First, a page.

GT IndependenceResourcesA Quick History of Disability Rights

A Quick History of Disability Rights

May 7, 2020

While many people with disabilities today have the freedom to live independently with the assistance of support services, this was not always the case. In fact, freedom and choice are something people with disabilities have had to fight for.

1500 BC – 500 AD

The first recorded reference to a mental disability is from 1552 BC. During the Ancient Era, physical difference in the form of disability was seen as a form of inferiority. Children with disabilities were publicly persecuted and it was reportedly a legal requirement to abandon disabled infants.

Some older individuals with disabilities were kept by the royal courts as court jesters to entertain the royal family.

500 – 1300

The Middle Ages marked a period of neglect and fear of those with disabilities. In 787 AD, the first asylum for abandoned infants was founded, in which most children did not survive. “Idiot cages” were placed in town centers to entertain town citizens. “Ships of Fools” were also common during this time, sailing from port to port and charging admission to view their passengers with disabilities.

1300 – 1700

During this period of time, religion became less of a focus, which allowed for advancement in sciences, particularly in health care, leading to a better understanding of disabilities.

1700 – 1800

During the English Reformation, the earliest attempts to teach blind and deaf individuals took place. This encouraged an interest in educating people with other disabilities. During this time, the classification of mental illness and disability began, along with individual case histories and record keeping. An array of services provided in a humane environment replaced the prison-like treatment of people with disabilities.

1800 – 1950

Due to continued medical advancement during this period, people began to speak out about the conditions of people with disabilities. It was believed that with proper training, many disabled individuals could return to the community and lead productive lives.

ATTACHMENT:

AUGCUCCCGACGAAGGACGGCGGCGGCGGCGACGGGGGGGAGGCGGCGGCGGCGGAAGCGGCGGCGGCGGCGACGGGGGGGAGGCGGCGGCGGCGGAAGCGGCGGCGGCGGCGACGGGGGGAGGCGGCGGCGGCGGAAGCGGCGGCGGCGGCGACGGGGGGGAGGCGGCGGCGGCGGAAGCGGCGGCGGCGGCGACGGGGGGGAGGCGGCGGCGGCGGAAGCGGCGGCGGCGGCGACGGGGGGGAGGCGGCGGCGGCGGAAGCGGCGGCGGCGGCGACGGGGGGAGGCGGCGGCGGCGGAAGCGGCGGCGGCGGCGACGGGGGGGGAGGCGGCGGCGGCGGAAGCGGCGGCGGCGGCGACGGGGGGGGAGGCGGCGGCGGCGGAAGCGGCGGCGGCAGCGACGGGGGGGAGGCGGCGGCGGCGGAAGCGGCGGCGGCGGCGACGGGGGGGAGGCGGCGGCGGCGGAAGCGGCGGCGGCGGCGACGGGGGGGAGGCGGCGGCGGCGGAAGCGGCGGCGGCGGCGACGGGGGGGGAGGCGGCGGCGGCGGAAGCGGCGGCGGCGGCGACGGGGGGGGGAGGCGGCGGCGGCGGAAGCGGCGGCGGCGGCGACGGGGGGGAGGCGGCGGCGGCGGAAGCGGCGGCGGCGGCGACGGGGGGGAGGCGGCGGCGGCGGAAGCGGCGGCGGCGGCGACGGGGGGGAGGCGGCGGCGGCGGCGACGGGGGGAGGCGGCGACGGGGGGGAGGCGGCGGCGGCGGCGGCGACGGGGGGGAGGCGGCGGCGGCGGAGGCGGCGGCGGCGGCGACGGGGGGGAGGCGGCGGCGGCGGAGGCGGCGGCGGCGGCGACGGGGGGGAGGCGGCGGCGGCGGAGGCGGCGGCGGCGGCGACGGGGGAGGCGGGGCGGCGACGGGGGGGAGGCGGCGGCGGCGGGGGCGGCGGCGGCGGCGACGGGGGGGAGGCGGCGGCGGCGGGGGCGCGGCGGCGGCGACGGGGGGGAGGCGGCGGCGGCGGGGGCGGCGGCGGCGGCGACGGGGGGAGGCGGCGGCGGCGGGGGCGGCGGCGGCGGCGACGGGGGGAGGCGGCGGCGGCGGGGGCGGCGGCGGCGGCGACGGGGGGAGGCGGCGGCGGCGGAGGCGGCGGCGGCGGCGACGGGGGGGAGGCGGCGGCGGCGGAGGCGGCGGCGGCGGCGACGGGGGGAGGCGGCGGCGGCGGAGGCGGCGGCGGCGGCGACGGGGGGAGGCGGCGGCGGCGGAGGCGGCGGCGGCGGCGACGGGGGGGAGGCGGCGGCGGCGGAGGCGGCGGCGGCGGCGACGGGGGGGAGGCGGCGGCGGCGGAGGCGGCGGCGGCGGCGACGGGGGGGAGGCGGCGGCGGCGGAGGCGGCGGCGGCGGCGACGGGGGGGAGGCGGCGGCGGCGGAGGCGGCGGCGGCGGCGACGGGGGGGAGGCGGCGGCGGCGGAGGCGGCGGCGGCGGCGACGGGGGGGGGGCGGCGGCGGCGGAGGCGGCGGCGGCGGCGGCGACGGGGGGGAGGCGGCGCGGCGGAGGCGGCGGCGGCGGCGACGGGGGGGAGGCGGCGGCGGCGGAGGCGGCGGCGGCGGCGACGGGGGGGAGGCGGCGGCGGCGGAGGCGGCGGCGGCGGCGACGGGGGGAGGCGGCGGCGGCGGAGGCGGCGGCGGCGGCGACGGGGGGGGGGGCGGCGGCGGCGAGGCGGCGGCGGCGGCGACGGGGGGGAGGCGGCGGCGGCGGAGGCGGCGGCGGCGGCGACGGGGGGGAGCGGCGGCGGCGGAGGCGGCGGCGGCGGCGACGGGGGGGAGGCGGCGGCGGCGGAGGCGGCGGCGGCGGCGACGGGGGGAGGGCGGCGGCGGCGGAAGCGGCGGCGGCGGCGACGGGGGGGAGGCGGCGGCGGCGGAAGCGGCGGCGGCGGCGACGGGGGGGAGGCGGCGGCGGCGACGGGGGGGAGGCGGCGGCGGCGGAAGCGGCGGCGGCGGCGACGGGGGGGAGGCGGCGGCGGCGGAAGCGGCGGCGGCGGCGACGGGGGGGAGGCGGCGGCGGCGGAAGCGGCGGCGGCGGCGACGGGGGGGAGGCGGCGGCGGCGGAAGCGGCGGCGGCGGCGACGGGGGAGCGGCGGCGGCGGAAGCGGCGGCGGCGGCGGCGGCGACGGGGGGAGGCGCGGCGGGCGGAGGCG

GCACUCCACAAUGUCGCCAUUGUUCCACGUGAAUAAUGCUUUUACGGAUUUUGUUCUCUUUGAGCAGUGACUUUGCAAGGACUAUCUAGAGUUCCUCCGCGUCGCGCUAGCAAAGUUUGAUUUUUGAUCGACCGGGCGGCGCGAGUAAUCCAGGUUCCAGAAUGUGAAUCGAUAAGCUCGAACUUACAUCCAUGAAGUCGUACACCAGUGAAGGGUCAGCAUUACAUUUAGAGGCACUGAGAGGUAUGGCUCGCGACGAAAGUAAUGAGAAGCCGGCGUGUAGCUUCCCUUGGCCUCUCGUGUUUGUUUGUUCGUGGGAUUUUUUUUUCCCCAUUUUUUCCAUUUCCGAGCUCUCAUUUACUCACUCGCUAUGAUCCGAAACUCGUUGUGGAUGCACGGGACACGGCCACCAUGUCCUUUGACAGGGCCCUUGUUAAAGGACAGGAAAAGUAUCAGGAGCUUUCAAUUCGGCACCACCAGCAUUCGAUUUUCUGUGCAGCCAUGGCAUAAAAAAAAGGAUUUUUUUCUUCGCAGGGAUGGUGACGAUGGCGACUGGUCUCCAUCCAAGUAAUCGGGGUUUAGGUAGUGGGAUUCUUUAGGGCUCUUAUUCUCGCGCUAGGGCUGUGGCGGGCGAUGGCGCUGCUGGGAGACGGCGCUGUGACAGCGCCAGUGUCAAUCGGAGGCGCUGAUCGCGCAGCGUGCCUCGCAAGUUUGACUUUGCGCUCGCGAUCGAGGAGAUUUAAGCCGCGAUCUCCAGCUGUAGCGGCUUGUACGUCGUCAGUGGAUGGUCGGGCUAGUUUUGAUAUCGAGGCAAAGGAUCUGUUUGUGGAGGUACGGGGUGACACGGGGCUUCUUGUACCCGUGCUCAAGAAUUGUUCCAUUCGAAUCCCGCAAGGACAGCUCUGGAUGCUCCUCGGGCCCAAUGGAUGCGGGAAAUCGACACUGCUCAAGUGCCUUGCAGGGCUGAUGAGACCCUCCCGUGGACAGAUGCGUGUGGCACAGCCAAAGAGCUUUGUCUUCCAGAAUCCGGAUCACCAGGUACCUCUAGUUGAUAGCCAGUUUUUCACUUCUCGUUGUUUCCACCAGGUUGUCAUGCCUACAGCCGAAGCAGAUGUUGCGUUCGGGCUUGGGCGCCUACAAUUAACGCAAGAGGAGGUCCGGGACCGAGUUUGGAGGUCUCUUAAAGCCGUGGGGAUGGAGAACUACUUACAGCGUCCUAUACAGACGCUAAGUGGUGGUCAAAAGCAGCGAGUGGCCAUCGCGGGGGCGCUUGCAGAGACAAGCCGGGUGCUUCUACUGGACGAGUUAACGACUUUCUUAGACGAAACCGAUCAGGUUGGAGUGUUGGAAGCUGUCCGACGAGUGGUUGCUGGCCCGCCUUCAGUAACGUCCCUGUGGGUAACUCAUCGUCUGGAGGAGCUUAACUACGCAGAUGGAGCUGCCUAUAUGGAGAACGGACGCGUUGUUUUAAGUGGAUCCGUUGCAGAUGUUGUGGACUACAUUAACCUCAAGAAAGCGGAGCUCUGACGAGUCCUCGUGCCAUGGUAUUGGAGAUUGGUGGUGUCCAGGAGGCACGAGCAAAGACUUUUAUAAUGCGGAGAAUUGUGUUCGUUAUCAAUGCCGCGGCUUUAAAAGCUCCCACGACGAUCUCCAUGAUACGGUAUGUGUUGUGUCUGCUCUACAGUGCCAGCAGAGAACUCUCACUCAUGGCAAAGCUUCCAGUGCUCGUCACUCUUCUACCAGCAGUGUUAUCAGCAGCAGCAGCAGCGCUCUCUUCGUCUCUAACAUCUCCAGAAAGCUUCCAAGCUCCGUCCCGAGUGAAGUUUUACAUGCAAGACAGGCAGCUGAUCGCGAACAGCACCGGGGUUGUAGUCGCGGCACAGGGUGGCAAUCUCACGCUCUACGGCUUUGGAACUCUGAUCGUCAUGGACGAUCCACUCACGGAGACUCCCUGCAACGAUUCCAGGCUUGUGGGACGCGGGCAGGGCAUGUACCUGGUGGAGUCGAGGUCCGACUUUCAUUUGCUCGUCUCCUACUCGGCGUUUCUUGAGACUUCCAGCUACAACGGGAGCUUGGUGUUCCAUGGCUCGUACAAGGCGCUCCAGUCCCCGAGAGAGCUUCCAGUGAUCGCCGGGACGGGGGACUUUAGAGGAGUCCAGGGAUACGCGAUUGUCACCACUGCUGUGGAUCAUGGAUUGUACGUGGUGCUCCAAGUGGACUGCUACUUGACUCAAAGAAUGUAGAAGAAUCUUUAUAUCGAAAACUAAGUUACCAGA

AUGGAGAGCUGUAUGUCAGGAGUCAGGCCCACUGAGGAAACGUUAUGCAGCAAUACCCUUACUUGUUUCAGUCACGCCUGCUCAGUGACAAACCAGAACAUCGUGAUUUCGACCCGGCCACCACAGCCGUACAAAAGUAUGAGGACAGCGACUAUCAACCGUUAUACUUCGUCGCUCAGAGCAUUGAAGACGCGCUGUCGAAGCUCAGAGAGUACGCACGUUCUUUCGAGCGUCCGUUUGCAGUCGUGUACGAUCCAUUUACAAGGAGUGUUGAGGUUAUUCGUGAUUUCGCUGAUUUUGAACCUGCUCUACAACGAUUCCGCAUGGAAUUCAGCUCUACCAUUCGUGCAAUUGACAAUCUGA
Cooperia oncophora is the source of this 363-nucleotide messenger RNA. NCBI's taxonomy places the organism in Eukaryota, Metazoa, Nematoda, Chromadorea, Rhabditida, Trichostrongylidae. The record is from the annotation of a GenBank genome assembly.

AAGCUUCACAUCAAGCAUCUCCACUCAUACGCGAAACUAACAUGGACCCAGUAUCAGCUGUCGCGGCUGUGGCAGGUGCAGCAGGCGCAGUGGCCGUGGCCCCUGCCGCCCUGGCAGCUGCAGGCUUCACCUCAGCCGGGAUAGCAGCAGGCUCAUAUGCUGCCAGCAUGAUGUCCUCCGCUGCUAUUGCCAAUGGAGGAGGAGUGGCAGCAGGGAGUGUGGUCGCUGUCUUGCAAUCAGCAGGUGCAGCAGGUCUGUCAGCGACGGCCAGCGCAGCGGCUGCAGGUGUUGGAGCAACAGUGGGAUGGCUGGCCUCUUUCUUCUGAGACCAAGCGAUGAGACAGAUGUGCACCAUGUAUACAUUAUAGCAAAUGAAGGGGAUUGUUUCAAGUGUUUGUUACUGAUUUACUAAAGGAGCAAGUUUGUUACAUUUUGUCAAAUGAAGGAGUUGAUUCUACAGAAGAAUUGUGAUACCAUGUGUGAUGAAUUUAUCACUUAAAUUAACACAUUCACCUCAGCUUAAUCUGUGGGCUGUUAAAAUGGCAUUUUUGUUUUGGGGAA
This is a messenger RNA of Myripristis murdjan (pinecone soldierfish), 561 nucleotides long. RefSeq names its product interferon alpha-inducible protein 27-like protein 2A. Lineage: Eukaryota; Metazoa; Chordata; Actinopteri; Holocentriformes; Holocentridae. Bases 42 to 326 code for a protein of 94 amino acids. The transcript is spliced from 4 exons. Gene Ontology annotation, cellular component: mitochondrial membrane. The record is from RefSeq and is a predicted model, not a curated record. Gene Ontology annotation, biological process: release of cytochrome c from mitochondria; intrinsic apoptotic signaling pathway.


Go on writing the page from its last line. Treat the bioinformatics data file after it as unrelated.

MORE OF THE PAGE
In the 1840s, the first training schools for children with disabilities were established. In 1850, the United States made the first attempt to determine the number of people with intellectual deficiency, and there was a reported increase in the number of people with disabilities in the following decades.

In the late 1850s, the number of training schools had increased, but they quickly became asylums providing custodial care, and by 1875 many states began building institutions specifically for this use. These institutions no longer encouraged education and interaction with the community. By 1923, a wide number of private institutions had also been built across the country.

Also in 1923, special education classes became common across the United States, with almost 34,000 students being educated in this environment. Professionals began to see the positive results of education and community interaction for people with disabilities.

1950 – 1970

From 1950 to 1970, parents of children with disabilities formed a movement across the United States with the following goals:

  • Improve the conditions in state institutions
  • Create community services
  • Initiate legislation
  • Increase education
  • Increase employment opportunities

From the 1960s through the 1990s, a variety of laws went into effect to ensure proper and fair treatment of those who are disabled. By the early 1990s, many states had closed their public institutions and most other states had reduced the number and size of their institutions.

1970 – Present

In the late 1970s, a self-advocacy movement began among individuals with disabilities who demanded to be heard.

By the 1980s, independent living and self-direction became a popular option for individuals with disabilities. This focused on making one’s own choices and having access to appropriate services. In 1990, the Americans with Disabilities Act was signed into law as the first comprehensive federal law in America to address the discrimination against those with disabilities.

Today, individuals with disabilities are able to advocate for themselves and live a self-directed lifestyle. Thanks to medical advancement, diagnoses can take place early and allow for accommodation in daily life. This allows for acceptance into a society with regulations and laws against discrimination, allowing individuals with disabilities to live lives vastly improved from the past. But there’s still so many ways we can keep pushing accessibility and inclusion forward.